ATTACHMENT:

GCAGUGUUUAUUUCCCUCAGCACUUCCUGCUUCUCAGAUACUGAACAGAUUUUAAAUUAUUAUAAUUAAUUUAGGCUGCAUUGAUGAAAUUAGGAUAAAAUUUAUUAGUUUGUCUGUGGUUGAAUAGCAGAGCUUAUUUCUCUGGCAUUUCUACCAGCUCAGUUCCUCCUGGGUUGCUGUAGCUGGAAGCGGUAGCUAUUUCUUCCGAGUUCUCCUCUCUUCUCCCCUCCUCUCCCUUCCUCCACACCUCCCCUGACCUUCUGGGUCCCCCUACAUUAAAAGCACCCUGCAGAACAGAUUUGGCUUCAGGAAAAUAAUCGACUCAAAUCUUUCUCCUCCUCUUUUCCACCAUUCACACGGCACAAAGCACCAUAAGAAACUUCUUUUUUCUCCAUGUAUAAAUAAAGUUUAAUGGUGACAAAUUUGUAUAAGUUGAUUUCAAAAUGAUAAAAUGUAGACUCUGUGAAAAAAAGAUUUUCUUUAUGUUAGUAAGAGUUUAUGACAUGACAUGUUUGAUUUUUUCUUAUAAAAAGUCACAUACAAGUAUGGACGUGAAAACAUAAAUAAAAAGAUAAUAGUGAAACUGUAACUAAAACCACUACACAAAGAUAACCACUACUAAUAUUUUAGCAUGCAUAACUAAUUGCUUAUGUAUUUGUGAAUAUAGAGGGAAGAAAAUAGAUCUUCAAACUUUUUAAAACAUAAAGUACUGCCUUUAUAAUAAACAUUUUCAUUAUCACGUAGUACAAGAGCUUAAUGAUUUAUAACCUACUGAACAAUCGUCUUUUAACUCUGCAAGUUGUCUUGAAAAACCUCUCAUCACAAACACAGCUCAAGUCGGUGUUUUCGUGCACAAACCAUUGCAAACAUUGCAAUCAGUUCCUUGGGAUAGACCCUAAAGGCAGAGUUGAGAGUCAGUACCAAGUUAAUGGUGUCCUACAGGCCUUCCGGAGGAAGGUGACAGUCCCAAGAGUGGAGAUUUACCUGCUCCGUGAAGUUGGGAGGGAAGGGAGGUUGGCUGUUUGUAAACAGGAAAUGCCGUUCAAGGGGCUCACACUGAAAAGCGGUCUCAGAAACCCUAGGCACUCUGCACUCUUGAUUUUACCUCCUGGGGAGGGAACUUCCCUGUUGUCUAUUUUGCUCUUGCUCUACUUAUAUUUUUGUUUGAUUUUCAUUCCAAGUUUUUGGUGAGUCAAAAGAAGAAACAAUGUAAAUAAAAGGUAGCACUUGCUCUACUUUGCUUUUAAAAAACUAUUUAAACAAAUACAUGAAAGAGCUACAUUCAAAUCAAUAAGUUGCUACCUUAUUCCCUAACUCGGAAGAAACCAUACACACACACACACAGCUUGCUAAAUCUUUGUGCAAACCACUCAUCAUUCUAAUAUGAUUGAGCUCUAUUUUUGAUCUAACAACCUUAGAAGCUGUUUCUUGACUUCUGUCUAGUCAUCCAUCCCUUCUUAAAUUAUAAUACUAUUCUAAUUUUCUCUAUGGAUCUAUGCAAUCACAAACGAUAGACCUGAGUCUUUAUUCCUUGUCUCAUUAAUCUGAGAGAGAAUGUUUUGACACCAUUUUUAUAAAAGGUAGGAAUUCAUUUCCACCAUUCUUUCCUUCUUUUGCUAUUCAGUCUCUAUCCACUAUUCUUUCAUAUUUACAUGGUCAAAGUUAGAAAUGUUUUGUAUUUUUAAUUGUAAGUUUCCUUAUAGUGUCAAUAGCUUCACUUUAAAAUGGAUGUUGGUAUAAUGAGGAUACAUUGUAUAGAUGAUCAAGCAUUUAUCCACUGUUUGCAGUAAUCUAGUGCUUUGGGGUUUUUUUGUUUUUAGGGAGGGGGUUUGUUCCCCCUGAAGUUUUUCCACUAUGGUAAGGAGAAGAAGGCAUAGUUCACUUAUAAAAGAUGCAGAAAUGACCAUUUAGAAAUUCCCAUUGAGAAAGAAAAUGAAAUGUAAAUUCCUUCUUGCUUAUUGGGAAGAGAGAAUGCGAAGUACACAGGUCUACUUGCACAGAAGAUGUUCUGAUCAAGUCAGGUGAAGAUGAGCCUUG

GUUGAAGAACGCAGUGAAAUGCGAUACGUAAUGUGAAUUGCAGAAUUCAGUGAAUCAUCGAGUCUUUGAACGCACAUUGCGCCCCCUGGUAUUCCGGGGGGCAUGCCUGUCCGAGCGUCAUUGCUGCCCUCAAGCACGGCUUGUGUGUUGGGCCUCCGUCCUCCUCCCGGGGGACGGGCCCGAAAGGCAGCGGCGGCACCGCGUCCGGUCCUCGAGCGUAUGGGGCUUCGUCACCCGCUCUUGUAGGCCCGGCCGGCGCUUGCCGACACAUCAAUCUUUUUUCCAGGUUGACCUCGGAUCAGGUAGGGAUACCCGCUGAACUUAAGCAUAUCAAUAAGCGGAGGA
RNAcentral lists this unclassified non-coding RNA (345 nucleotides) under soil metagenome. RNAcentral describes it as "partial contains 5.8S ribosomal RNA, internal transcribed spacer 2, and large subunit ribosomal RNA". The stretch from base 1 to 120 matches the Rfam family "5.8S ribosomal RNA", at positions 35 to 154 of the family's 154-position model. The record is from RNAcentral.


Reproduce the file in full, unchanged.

GCAGUGUUUAUUUCCCUCAGCACUUCCUGCUUCUCAGAUACUGAACAGAUUUUAAAUUAUUAUAAUUAAUUUAGGCUGCAUUGAUGAAAUUAGGAUAAAAUUUAUUAGUUUGUCUGUGGUUGAAUAGCAGAGCUUAUUUCUCUGGCAUUUCUACCAGCUCAGUUCCUCCUGGGUUGCUGUAGCUGGAAGCGGUAGCUAUUUCUUCCGAGUUCUCCUCUCUUCUCCCCUCCUCUCCCUUCCUCCACACCUCCCCUGACCUUCUGGGUCCCCCUACAUUAAAAGCACCCUGCAGAACAGAUUUGGCUUCAGGAAAAUAAUCGACUCAAAUCUUUCUCCUCCUCUUUUCCACCAUUCACACGGCACAAAGCACCAUAAGAAACUUCUUUUUUCUCCAUGUAUAAAUAAAGUUUAAUGGUGACAAAUUUGUAUAAGUUGAUUUCAAAAUGAUAAAAUGUAGACUCUGUGAAAAAAAGAUUUUCUUUAUGUUAGUAAGAGUUUAUGACAUGACAUGUUUGAUUUUUUCUUAUAAAAAGUCACAUACAAGUAUGGACGUGAAAACAUAAAUAAAAAGAUAAUAGUGAAACUGUAACUAAAACCACUACACAAAGAUAACCACUACUAAUAUUUUAGCAUGCAUAACUAAUUGCUUAUGUAUUUGUGAAUAUAGAGGGAAGAAAAUAGAUCUUCAAACUUUUUAAAACAUAAAGUACUGCCUUUAUAAUAAACAUUUUCAUUAUCACGUAGUACAAGAGCUUAAUGAUUUAUAACCUACUGAACAAUCGUCUUUUAACUCUGCAAGUUGUCUUGAAAAACCUCUCAUCACAAACACAGCUCAAGUCGGUGUUUUCGUGCACAAACCAUUGCAAACAUUGCAAUCAGUUCCUUGGGAUAGACCCUAAAGGCAGAGUUGAGAGUCAGUACCAAGUUAAUGGUGUCCUACAGGCCUUCCGGAGGAAGGUGACAGUCCCAAGAGUGGAGAUUUACCUGCUCCGUGAAGUUGGGAGGGAAGGGAGGUUGGCUGUUUGUAAACAGGAAAUGCCGUUCAAGGGGCUCACACUGAAAAGCGGUCUCAGAAACCCUAGGCACUCUGCACUCUUGAUUUUACCUCCUGGGGAGGGAACUUCCCUGUUGUCUAUUUUGCUCUUGCUCUACUUAUAUUUUUGUUUGAUUUUCAUUCCAAGUUUUUGGUGAGUCAAAAGAAGAAACAAUGUAAAUAAAAGGUAGCACUUGCUCUACUUUGCUUUUAAAAAACUAUUUAAACAAAUACAUGAAAGAGCUACAUUCAAAUCAAUAAGUUGCUACCUUAUUCCCUAACUCGGAAGAAACCAUACACACACACACACAGCUUGCUAAAUCUUUGUGCAAACCACUCAUCAUUCUAAUAUGAUUGAGCUCUAUUUUUGAUCUAACAACCUUAGAAGCUGUUUCUUGACUUCUGUCUAGUCAUCCAUCCCUUCUUAAAUUAUAAUACUAUUCUAAUUUUCUCUAUGGAUCUAUGCAAUCACAAACGAUAGACCUGAGUCUUUAUUCCUUGUCUCAUUAAUCUGAGAGAGAAUGUUUUGACACCAUUUUUAUAAAAGGUAGGAAUUCAUUUCCACCAUUCUUUCCUUCUUUUGCUAUUCAGUCUCUAUCCACUAUUCUUUCAUAUUUACAUGGUCAAAGUUAGAAAUGUUUUGUAUUUUUAAUUGUAAGUUUCCUUAUAGUGUCAAUAGCUUCACUUUAAAAUGGAUGUUGGUAUAAUGAGGAUACAUUGUAUAGAUGAUCAAGCAUUUAUCCACUGUUUGCAGUAAUCUAGUGCUUUGGGGUUUUUUUGUUUUUAGGGAGGGGGUUUGUUCCCCCUGAAGUUUUUCCACUAUGGUAAGGAGAAGAAGGCAUAGUUCACUUAUAAAAGAUGCAGAAAUGACCAUUUAGAAAUUCCCAUUGAGAAAGAAAAUGAAAUGUAAAUUCCUUCUUGCUUAUUGGGAAGAGAGAAUGCGAAGUACACAGGUCUACUUGCACAGAAGAUGUUCUGAUCAAGUCAGGUGAAGAUGAGCCUUG

GUUGAAGAACGCAGUGAAAUGCGAUACGUAAUGUGAAUUGCAGAAUUCAGUGAAUCAUCGAGUCUUUGAACGCACAUUGCGCCCCCUGGUAUUCCGGGGGGCAUGCCUGUCCGAGCGUCAUUGCUGCCCUCAAGCACGGCUUGUGUGUUGGGCCUCCGUCCUCCUCCCGGGGGACGGGCCCGAAAGGCAGCGGCGGCACCGCGUCCGGUCCUCGAGCGUAUGGGGCUUCGUCACCCGCUCUUGUAGGCCCGGCCGGCGCUUGCCGACACAUCAAUCUUUUUUCCAGGUUGACCUCGGAUCAGGUAGGGAUACCCGCUGAACUUAAGCAUAUCAAUAAGCGGAGGA
RNAcentral lists this unclassified non-coding RNA (345 nucleotides) under soil metagenome. RNAcentral describes it as "partial contains 5.8S ribosomal RNA, internal transcribed spacer 2, and large subunit ribosomal RNA". The stretch from base 1 to 120 matches the Rfam family "5.8S ribosomal RNA", at positions 35 to 154 of the family's 154-position model. The record is from RNAcentral.